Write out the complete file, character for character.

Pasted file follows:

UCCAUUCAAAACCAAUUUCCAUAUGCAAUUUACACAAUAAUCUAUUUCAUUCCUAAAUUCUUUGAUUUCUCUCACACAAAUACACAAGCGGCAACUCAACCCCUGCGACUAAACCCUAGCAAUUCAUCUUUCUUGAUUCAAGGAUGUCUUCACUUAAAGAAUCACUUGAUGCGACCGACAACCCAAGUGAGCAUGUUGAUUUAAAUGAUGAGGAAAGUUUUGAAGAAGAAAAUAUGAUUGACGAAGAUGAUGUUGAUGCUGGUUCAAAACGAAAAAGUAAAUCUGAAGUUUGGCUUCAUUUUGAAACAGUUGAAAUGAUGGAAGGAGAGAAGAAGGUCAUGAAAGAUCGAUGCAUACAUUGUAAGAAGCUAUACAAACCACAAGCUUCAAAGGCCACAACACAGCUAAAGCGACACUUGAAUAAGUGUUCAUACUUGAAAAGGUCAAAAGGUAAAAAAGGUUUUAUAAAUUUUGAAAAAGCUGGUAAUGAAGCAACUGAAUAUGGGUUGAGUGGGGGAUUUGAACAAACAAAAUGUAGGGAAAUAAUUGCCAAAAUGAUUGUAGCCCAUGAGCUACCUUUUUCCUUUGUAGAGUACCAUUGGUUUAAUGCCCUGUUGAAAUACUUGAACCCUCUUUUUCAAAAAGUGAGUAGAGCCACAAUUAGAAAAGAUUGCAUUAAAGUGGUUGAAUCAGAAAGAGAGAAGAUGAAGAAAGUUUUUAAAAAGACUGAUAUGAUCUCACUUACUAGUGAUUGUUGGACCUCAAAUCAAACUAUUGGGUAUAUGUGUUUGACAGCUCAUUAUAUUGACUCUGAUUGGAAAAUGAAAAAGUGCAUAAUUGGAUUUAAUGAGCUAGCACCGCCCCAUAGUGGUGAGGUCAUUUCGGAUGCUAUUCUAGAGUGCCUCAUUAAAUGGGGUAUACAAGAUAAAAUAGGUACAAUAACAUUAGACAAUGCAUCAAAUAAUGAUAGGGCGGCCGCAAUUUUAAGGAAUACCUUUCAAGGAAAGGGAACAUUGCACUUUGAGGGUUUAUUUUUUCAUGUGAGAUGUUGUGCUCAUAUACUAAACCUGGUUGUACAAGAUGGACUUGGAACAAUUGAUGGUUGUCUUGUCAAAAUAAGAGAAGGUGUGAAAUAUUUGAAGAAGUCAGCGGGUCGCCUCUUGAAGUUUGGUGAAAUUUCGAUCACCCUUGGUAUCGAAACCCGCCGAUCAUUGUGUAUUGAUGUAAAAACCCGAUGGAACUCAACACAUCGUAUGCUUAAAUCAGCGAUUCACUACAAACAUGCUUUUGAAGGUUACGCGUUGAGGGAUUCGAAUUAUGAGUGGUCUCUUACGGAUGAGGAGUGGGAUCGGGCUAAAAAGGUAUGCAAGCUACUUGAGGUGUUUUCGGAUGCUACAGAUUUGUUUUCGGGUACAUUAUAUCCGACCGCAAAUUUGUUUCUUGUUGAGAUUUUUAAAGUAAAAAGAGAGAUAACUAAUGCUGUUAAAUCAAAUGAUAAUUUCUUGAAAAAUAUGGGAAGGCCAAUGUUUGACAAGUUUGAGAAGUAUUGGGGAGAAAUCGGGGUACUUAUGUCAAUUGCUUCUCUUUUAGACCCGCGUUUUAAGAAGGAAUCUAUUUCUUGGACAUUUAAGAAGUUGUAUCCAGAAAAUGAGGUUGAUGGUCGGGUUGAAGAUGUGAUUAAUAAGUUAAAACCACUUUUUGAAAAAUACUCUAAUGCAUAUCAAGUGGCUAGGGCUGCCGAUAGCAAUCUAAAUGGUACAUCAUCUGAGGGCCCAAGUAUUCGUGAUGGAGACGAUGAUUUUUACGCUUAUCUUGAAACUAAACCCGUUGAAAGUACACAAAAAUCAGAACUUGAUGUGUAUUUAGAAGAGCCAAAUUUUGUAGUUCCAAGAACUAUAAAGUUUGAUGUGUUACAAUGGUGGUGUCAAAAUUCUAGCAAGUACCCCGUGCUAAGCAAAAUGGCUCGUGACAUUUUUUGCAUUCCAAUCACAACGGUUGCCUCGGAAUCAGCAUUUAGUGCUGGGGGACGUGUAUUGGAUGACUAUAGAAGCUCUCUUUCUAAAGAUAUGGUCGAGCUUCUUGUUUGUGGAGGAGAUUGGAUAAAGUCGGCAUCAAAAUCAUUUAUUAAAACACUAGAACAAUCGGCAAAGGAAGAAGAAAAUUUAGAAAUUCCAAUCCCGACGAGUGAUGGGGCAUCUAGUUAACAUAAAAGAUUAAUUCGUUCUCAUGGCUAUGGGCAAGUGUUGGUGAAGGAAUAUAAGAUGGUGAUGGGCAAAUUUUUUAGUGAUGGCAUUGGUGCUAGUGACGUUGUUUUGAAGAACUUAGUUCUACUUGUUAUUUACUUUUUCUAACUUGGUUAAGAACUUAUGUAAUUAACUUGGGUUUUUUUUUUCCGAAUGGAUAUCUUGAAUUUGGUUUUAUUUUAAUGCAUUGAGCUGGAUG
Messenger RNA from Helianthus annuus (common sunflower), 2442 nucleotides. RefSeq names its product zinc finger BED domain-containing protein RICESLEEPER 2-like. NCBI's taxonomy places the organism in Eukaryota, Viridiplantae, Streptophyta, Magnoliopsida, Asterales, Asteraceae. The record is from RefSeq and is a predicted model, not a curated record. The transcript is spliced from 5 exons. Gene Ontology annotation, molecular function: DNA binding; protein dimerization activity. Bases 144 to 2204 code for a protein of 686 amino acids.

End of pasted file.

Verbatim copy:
UCCAUUCAAAACCAAUUUCCAUAUGCAAUUUACACAAUAAUCUAUUUCAUUCCUAAAUUCUUUGAUUUCUCUCACACAAAUACACAAGCGGCAACUCAACCCCUGCGACUAAACCCUAGCAAUUCAUCUUUCUUGAUUCAAGGAUGUCUUCACUUAAAGAAUCACUUGAUGCGACCGACAACCCAAGUGAGCAUGUUGAUUUAAAUGAUGAGGAAAGUUUUGAAGAAGAAAAUAUGAUUGACGAAGAUGAUGUUGAUGCUGGUUCAAAACGAAAAAGUAAAUCUGAAGUUUGGCUUCAUUUUGAAACAGUUGAAAUGAUGGAAGGAGAGAAGAAGGUCAUGAAAGAUCGAUGCAUACAUUGUAAGAAGCUAUACAAACCACAAGCUUCAAAGGCCACAACACAGCUAAAGCGACACUUGAAUAAGUGUUCAUACUUGAAAAGGUCAAAAGGUAAAAAAGGUUUUAUAAAUUUUGAAAAAGCUGGUAAUGAAGCAACUGAAUAUGGGUUGAGUGGGGGAUUUGAACAAACAAAAUGUAGGGAAAUAAUUGCCAAAAUGAUUGUAGCCCAUGAGCUACCUUUUUCCUUUGUAGAGUACCAUUGGUUUAAUGCCCUGUUGAAAUACUUGAACCCUCUUUUUCAAAAAGUGAGUAGAGCCACAAUUAGAAAAGAUUGCAUUAAAGUGGUUGAAUCAGAAAGAGAGAAGAUGAAGAAAGUUUUUAAAAAGACUGAUAUGAUCUCACUUACUAGUGAUUGUUGGACCUCAAAUCAAACUAUUGGGUAUAUGUGUUUGACAGCUCAUUAUAUUGACUCUGAUUGGAAAAUGAAAAAGUGCAUAAUUGGAUUUAAUGAGCUAGCACCGCCCCAUAGUGGUGAGGUCAUUUCGGAUGCUAUUCUAGAGUGCCUCAUUAAAUGGGGUAUACAAGAUAAAAUAGGUACAAUAACAUUAGACAAUGCAUCAAAUAAUGAUAGGGCGGCCGCAAUUUUAAGGAAUACCUUUCAAGGAAAGGGAACAUUGCACUUUGAGGGUUUAUUUUUUCAUGUGAGAUGUUGUGCUCAUAUACUAAACCUGGUUGUACAAGAUGGACUUGGAACAAUUGAUGGUUGUCUUGUCAAAAUAAGAGAAGGUGUGAAAUAUUUGAAGAAGUCAGCGGGUCGCCUCUUGAAGUUUGGUGAAAUUUCGAUCACCCUUGGUAUCGAAACCCGCCGAUCAUUGUGUAUUGAUGUAAAAACCCGAUGGAACUCAACACAUCGUAUGCUUAAAUCAGCGAUUCACUACAAACAUGCUUUUGAAGGUUACGCGUUGAGGGAUUCGAAUUAUGAGUGGUCUCUUACGGAUGAGGAGUGGGAUCGGGCUAAAAAGGUAUGCAAGCUACUUGAGGUGUUUUCGGAUGCUACAGAUUUGUUUUCGGGUACAUUAUAUCCGACCGCAAAUUUGUUUCUUGUUGAGAUUUUUAAAGUAAAAAGAGAGAUAACUAAUGCUGUUAAAUCAAAUGAUAAUUUCUUGAAAAAUAUGGGAAGGCCAAUGUUUGACAAGUUUGAGAAGUAUUGGGGAGAAAUCGGGGUACUUAUGUCAAUUGCUUCUCUUUUAGACCCGCGUUUUAAGAAGGAAUCUAUUUCUUGGACAUUUAAGAAGUUGUAUCCAGAAAAUGAGGUUGAUGGUCGGGUUGAAGAUGUGAUUAAUAAGUUAAAACCACUUUUUGAAAAAUACUCUAAUGCAUAUCAAGUGGCUAGGGCUGCCGAUAGCAAUCUAAAUGGUACAUCAUCUGAGGGCCCAAGUAUUCGUGAUGGAGACGAUGAUUUUUACGCUUAUCUUGAAACUAAACCCGUUGAAAGUACACAAAAAUCAGAACUUGAUGUGUAUUUAGAAGAGCCAAAUUUUGUAGUUCCAAGAACUAUAAAGUUUGAUGUGUUACAAUGGUGGUGUCAAAAUUCUAGCAAGUACCCCGUGCUAAGCAAAAUGGCUCGUGACAUUUUUUGCAUUCCAAUCACAACGGUUGCCUCGGAAUCAGCAUUUAGUGCUGGGGGACGUGUAUUGGAUGACUAUAGAAGCUCUCUUUCUAAAGAUAUGGUCGAGCUUCUUGUUUGUGGAGGAGAUUGGAUAAAGUCGGCAUCAAAAUCAUUUAUUAAAACACUAGAACAAUCGGCAAAGGAAGAAGAAAAUUUAGAAAUUCCAAUCCCGACGAGUGAUGGGGCAUCUAGUUAACAUAAAAGAUUAAUUCGUUCUCAUGGCUAUGGGCAAGUGUUGGUGAAGGAAUAUAAGAUGGUGAUGGGCAAAUUUUUUAGUGAUGGCAUUGGUGCUAGUGACGUUGUUUUGAAGAACUUAGUUCUACUUGUUAUUUACUUUUUCUAACUUGGUUAAGAACUUAUGUAAUUAACUUGGGUUUUUUUUUUCCGAAUGGAUAUCUUGAAUUUGGUUUUAUUUUAAUGCAUUGAGCUGGAUG
Messenger RNA from Helianthus annuus (common sunflower), 2442 nucleotides. RefSeq names its product zinc finger BED domain-containing protein RICESLEEPER 2-like. NCBI's taxonomy places the organism in Eukaryota, Viridiplantae, Streptophyta, Magnoliopsida, Asterales, Asteraceae. The record is from RefSeq and is a predicted model, not a curated record. The transcript is spliced from 5 exons. Gene Ontology annotation, molecular function: DNA binding; protein dimerization activity. Bases 144 to 2204 code for a protein of 686 amino acids.